The world of pro wrestling: explainedThe WWE has millions of die-hard fans. You're not one of them? We'll explain the appeal.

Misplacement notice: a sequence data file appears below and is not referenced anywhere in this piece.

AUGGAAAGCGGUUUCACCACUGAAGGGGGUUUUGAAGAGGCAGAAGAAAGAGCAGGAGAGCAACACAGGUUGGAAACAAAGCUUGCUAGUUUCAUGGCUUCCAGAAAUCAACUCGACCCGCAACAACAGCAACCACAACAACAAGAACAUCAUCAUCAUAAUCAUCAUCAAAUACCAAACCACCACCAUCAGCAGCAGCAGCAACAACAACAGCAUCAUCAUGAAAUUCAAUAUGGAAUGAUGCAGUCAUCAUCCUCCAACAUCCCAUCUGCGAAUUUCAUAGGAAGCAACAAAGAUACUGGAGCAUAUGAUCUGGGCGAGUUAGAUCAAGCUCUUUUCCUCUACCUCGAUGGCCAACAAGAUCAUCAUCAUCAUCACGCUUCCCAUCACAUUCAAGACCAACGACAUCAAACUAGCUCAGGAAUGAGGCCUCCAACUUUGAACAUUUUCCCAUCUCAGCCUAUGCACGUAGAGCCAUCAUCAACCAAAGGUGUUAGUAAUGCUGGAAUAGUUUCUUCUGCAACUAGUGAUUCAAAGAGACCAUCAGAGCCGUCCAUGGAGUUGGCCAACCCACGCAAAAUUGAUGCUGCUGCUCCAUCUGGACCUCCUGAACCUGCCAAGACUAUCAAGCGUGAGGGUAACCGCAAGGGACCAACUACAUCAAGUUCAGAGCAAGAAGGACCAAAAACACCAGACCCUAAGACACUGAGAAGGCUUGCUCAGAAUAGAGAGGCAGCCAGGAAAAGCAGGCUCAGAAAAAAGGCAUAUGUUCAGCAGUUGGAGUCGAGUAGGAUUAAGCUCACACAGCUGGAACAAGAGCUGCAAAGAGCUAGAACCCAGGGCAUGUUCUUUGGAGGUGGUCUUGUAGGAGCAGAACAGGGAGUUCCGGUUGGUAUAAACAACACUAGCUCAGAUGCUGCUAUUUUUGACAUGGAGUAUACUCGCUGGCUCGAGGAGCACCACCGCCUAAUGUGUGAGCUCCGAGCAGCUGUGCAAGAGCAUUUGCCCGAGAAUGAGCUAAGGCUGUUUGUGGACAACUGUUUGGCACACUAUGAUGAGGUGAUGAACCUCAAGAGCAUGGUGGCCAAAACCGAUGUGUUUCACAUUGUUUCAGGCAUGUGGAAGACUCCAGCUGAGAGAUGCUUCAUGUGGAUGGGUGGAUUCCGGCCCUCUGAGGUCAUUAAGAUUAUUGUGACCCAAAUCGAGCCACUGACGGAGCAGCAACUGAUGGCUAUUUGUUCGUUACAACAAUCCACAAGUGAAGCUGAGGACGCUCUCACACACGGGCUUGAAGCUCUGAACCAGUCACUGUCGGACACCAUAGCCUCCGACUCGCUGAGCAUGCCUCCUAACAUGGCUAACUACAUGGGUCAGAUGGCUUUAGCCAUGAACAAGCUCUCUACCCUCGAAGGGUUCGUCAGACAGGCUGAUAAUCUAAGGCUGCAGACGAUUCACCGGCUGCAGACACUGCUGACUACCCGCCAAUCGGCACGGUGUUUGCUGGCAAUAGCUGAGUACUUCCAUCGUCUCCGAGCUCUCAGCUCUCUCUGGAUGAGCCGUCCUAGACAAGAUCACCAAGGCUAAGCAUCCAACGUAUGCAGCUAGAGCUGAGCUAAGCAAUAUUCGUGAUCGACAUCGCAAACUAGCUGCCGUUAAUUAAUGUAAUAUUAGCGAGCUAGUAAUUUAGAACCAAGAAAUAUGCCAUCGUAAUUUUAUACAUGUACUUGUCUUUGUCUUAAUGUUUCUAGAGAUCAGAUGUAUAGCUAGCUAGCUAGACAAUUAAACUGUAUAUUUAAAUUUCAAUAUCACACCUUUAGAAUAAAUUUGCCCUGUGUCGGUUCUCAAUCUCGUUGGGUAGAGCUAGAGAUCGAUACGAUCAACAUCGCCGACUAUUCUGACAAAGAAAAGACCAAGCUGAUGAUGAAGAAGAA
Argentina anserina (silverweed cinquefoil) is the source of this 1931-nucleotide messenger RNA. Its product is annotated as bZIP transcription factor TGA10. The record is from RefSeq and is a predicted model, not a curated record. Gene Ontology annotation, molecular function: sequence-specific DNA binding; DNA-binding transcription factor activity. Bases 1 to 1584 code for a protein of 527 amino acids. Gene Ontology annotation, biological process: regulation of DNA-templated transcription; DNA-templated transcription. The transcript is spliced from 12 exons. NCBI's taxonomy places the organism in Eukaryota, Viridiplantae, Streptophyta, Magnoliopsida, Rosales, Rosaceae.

WWE sells out arenas around the world from Brooklyn to Beijing. Last year it raked in over $720 million. Millions of people watch it on a weekly basis and in April 90,000 fans packed out AT&T stadium for WrestleMania. Those are just numbers. We're here to explain why we, two totally normally adults, love watching a fake sport. Well, for starters, it's not fake. And secondly, it's not a sport. On the surface, pro wrestling can look like some of the most unsophisticated entertainment there is. And in fairness, the over-the-top theatrics, childish gimmicks, and flamboyant costumes don't help. I was arguing with my cousin about this one time, and I said that wrestling's art. He said that wrestling's an art in the same way that burping the alphabet's an art. The problem is that nonsense created as a sport, but for fans it's like a soap opera with fight scenes. There's this one basic story, everyone wants to get the belt and be champ. What wrestling comes down to is how any given character tries to win it. They're heroes and villains, with promos and backstage antics, designed to get the audience excited to see their favorite good guys face off against the [UNKNOWN] bad guys. Stories unfold over weeks and months, and [UNKNOWN] of drama unfolds through interviews, locker room brawls, and double show downs. It all comes down to every story getting results with big climactic confrontation. Let's get this out of the way, a lot of the fights are scripted. [SOUND] But [LAUGH] most of the slams, the strikes, the falls do hurt. There is a difference between getting injured and getting hurt and wrestlers always get hurt. It's their job to throw themselves at the ground and take punches and kicks to the face for your enjoyment. When I was growing up, Dad would tell me wrestlers don't get hurt because they know how to break a fall. [NOISE] How was that? That's hot. That is called taking a bump. Six time world champion Chris Jericho says the shock to the body is like getting a bucket of water to the face. This is the same Chris Jericho that's jumped off a case and even been slammed onto thumb tacks. And that's just the type of pain wrestlers feel when everything's going to plan. That doesn't take into account the accidents which do happen like when Steve Austin had his neck broken because he was slightly out of position. Or when Randy Orton was thrown out of the ring, fell wrong, and broke his collarbone. Everybody knows it's not real but the struggle to pinpoint exactly where showmanship ends and reality begins is part of why it's so fun. Check out Goldberg military pressing a 300 pound Brock Lesnar. Or [UNKNOWN] swinging the gigantic 7'3" Gray Kali. Here's John Cena lifting two men over his shoulders. That's 700 pounds of sweaty, sweaty dudes. No, they're not real fights, but they are real lifts, throws, and burly men being tossed around. It's impressive stuff That's why fans will tell you it's not fake, it's predetermined. So your probably thinking wrestling is here on the ridiculous scale and T V and movies is about here. Well wrestling is actually here but lets look at zombie hoards and dragons, and going back in time to flirt with your mother. Stuff is ridiculous, but it's embracing that ridiculousness and the reality of it that makes it fun. And that's another thing. WWE can be quite wacky and silly, but that doesn't mean all wrestling is like that all the time. You'd have a totally different perception of wrestling if you watched UJapan pro wrestling where something called strong style's famous. Imagine a vicious combo of pro wrestling and MMA, where strikes are hard and submission holds are fierce. Don't get us wrong. A lot of wrestling is really, really dumb. But when it's good, it is so good. You see things you didn't think [UNKNOWN] and you get invested in a way you didn't think you could. [UNKNOWN]. [MUSIC] [NOISE] [BLANK_AUDIO]